After decades of hard work and saving money away into tax-advantaged retirement accounts, people entering their 70s now have to flip the script. Why? Because starting at age 72, Uncle Sam requires taxpayers to ‘draw down’ their retirement account savings through annual required minimum distributions.[1]

When must you start taking RMDs?

According to the SECURE Act, if you turned 70 ½ in 2019, then you should have taken your first RMD by April 1, 2020. If you turned 70 ½ in 2020 or later, you should take your first RMD by April 1 of the year after you turn 72. All subsequent ones must be taken by December 31 of each year.

This generally applies to the original owner of a traditional IRASIMPLE IRASEP IRA or a retirement plan, such as 401(k) or 403(b)Roth IRAs do not have RMD.

The RMD is taxed as ordinary income, with a top tax rate of 37% for 2021.

An account owner who delays the first RMD will have to take two distributions in one year. For instance, a taxpayer who turns 72 in March 2021 has until April 1, 2022, to take his first RMD. But he’ll have to take his second RMD by December 31, 2022.

How do I calculate RMDs?

To calculate your RMD, divide your year-end account balance from the previous year by the IRS life-expectancy factor based on your birthday in the current year.

If you own multiple IRAs, you need to calculate the RMD for each account, but you can take the total RMD from just one IRA or any combination of IRAs. For example, if you have an IRA that’s smaller than your total RMD, you can empty out the small IRA and take the remainder of the RMD from a larger IRA.

A retiree who owns 401(k)s at age 72 is subject to RMDs on those accounts, too. But unlike IRAs, if you own multiple 401(k)s, you must calculate and take each 401(k)’s RMD separately.

You can take your annual RMD in a lump sum OR in pieces. Delaying the RMD until year-end, however, gives your money more time for tax-deferred growth potential. Either way, it’s crucial to withdraw the total amount by the deadline.

Are there penalties for missing RMD deadlines?

Unfortunately, yes. If you miss an RMD deadline, you could get hit with one of Uncle Sam’s harshest penalties—50% of the shortfall. For example, if you were supposed to take out $15,000 but only took $11,000, you’d owe a $2,000 penalty plus income tax on the shortfall. Luckily, the IRS can be lenient when it comes to these situations; you can request for an appeal by filing Form 5329, with a letter of explanation including the action you took to fix the mistake. One way to avoid forgetting: Ask your IRA custodian to automatically withdraw RMDs.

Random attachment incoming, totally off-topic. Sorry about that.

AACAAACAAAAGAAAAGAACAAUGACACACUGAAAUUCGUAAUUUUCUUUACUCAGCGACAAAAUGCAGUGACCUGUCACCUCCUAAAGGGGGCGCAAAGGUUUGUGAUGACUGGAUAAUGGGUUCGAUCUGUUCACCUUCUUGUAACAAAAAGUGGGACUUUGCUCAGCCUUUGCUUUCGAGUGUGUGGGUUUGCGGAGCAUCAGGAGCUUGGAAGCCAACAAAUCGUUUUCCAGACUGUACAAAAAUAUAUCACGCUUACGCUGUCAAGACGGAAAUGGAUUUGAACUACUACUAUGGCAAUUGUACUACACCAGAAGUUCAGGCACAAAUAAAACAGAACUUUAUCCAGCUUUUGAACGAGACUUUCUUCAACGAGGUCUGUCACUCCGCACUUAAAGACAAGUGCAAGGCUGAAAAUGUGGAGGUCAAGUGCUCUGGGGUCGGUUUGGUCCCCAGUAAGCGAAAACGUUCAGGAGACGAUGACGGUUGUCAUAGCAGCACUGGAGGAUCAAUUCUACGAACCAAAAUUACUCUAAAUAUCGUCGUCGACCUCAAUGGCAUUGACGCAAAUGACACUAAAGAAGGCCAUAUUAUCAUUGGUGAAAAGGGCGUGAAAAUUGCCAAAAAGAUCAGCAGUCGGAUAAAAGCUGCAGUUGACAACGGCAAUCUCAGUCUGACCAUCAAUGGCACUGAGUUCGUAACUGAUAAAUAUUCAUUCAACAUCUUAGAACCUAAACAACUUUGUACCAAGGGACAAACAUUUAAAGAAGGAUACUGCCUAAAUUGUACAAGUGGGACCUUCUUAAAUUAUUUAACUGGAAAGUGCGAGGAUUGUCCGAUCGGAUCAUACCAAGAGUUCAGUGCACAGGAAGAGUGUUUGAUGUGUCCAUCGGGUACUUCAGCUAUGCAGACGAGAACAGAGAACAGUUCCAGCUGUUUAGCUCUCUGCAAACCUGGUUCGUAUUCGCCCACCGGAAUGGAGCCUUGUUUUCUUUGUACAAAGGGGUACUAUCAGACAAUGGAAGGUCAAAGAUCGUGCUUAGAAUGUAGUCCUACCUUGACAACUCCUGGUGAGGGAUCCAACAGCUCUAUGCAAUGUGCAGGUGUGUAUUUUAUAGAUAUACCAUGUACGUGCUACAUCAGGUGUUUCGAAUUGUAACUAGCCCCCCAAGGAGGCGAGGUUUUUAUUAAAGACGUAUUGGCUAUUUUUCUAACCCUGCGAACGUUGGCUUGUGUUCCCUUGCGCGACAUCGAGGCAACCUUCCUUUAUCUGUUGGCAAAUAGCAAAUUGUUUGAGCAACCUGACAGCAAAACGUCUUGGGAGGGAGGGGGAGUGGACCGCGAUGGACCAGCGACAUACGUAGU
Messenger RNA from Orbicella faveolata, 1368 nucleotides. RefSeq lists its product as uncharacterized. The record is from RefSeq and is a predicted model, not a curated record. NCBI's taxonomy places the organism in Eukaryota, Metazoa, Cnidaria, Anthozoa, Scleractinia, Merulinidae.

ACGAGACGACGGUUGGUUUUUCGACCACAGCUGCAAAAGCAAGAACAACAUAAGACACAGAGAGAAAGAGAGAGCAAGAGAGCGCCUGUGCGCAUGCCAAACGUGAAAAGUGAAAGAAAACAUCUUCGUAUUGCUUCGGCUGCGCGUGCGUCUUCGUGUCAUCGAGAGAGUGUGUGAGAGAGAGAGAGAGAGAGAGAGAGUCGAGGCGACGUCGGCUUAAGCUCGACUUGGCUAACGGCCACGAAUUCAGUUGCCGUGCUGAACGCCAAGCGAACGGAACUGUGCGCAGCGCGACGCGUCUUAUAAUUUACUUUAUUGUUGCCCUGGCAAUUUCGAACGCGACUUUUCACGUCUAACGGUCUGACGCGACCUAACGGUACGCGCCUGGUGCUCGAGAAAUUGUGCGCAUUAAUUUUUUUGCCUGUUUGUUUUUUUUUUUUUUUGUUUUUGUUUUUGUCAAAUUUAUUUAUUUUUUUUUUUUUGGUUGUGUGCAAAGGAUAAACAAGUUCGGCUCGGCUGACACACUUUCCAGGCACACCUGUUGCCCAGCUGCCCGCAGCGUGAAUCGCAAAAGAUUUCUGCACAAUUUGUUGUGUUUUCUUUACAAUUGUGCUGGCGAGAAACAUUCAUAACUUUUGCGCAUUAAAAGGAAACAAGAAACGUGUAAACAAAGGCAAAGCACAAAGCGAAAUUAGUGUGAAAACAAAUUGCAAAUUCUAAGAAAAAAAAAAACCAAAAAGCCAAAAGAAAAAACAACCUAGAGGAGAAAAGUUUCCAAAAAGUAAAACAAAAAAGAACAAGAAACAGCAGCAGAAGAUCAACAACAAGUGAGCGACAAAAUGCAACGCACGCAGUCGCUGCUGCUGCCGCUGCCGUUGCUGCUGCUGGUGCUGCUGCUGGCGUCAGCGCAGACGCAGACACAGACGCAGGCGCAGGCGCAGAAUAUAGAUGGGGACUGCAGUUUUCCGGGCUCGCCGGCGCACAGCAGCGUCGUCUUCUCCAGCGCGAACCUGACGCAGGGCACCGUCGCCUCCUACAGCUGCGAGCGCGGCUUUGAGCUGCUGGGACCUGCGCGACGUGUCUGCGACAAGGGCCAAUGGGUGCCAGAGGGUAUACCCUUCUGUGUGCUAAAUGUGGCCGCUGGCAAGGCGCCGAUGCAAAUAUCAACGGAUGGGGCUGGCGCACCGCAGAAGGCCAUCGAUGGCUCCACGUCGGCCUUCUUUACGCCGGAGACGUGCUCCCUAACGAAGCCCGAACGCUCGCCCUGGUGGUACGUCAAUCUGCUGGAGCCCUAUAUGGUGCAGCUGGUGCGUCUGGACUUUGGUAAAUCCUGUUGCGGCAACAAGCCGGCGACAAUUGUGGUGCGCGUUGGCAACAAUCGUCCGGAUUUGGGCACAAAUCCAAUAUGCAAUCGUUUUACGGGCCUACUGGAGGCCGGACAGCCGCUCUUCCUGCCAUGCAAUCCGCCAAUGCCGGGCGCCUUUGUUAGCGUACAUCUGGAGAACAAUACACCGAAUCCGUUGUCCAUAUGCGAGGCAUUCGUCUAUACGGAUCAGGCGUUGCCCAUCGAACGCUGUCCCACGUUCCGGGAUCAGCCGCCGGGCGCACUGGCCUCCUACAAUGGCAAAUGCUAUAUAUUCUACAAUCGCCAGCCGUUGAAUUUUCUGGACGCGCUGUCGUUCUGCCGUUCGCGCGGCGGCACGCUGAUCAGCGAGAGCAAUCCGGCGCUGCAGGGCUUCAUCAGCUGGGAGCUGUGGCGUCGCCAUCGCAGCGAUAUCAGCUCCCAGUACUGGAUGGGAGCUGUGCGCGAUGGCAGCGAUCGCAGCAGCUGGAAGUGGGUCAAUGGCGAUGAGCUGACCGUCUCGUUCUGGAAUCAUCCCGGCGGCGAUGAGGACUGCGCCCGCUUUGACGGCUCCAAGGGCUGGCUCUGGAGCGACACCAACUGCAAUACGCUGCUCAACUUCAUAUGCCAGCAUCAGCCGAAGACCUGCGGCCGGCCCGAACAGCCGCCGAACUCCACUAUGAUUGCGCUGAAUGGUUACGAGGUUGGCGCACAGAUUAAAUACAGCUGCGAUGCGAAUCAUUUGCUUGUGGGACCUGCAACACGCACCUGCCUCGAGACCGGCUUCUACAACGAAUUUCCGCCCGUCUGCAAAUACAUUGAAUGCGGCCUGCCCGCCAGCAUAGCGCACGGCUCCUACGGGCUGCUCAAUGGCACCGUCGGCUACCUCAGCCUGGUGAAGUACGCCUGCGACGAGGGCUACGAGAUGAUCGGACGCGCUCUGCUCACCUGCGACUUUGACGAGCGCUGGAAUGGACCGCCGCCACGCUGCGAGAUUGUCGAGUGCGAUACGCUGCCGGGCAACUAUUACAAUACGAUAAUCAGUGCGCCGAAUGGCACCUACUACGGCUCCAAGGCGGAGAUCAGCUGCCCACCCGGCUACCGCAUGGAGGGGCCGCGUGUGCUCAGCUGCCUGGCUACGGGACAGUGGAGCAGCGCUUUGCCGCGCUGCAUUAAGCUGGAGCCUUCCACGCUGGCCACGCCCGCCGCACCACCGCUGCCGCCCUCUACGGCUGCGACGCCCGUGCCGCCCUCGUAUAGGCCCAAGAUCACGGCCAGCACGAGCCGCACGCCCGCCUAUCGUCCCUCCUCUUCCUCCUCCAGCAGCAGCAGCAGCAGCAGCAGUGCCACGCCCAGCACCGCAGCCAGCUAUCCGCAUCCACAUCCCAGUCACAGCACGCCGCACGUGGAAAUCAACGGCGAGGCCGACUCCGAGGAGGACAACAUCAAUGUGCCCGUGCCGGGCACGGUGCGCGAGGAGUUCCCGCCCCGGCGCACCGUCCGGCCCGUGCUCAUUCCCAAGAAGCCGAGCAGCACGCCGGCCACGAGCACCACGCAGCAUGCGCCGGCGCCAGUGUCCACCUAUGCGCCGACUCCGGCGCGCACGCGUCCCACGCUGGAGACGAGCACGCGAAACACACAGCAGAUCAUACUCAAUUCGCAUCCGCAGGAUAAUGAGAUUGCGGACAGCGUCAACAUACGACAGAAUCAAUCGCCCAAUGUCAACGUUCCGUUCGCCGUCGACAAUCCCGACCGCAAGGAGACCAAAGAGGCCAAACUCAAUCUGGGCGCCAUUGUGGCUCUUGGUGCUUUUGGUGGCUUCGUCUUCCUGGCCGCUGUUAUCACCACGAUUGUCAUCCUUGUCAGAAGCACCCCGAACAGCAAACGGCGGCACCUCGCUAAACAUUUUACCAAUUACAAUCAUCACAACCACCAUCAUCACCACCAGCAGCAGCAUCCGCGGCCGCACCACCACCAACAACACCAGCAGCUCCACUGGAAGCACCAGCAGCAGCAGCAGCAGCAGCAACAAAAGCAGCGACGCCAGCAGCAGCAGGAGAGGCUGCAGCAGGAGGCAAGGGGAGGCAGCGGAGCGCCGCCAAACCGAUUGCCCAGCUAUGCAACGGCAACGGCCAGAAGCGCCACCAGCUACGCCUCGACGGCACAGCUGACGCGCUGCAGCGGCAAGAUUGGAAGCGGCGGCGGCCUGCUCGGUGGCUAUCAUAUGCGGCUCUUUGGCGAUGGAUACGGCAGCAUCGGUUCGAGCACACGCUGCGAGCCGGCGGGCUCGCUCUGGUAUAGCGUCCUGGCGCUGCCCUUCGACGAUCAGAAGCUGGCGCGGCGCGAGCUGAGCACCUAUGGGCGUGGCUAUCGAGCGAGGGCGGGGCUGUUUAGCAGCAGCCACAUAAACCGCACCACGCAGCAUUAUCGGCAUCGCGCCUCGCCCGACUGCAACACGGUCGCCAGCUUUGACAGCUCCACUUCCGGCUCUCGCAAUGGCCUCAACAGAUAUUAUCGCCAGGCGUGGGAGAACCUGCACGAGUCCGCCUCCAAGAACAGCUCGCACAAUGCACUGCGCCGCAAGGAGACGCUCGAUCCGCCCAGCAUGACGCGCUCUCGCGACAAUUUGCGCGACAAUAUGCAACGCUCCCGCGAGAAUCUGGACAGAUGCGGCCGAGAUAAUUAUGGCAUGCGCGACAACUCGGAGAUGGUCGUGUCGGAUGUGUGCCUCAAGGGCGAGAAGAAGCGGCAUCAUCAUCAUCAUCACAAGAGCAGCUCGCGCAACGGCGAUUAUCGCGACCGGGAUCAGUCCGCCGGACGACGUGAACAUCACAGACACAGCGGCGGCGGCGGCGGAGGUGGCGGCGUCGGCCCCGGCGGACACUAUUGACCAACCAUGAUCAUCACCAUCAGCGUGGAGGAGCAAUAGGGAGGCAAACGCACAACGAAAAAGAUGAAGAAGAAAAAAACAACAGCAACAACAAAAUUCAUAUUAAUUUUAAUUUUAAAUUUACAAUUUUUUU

How would a rollover to a Roth account help avoid RMDs?

For those who own Roth 401(k)s, consider rolling the money into a Roth IRA, which has no RMDs for the original owner. Assuming you are 59½ or older and have owned at least one Roth IRA for at least five years, the money rolled to the Roth IRA can be tapped tax-free.

Another solution to avoid RMDs would be to convert traditional IRA money to a Roth IRA. This way you will owe tax on the conversion at your ordinary income tax rate, but lowering your traditional IRA balance reduces its future RMDs, and the money in the Roth IRA can stay put as long as you like.

Converting IRA money to a Roth is a great strategy to start early, but you can do conversions even after you turn 72, though you must take your RMD first. After that, you can convert all or part of the remaining balance to a Roth IRA. You can smooth out the conversion tax bill by converting smaller amounts over a number of years.

This can help you prevent paying more in taxes in the future. For instance, while traditional IRA distributions count when calculating taxation of Social Security benefits and Medicare premium surcharges for high-income taxpayers, Roth IRA distributions do not. And if you need extra income unexpectedly, tapping your Roth won’t increase your taxable income.

How do RMDs vary for individuals whose spouses are younger?

Up above we gave you the standard RMD calculation that most individuals will opt to use – but original owners with younger spouses can trim their RMDs! If you’re married to someone who is more than 10 years younger, divide your year-end account balance by the IRS life-expectancy factor at the intersection of your age and your spouse’s age in Table II of IRS Publication 590-B.

What is a ‘pro-rata’ payout’ as it pertains to an RMD?

If you can’t reduce your RMD, you may be able to reduce the tax bill on the RMD—that is, if you have made and kept records of nondeductible contributions to your traditional IRA. In that case, a portion of the RMD can be considered as coming from those nondeductible contributions—and will therefore be tax-free.[4]

Figure the ratio of your nondeductible contributions to your entire IRA balance. For example, if your IRA holds $200,000 with $20,000 of nondeductible contributions, 10% of a distribution from the IRA will be tax-free. Each time you take a distribution, you’ll need to recalculate the tax-free portion until all the nondeductible contributions have been accounted for.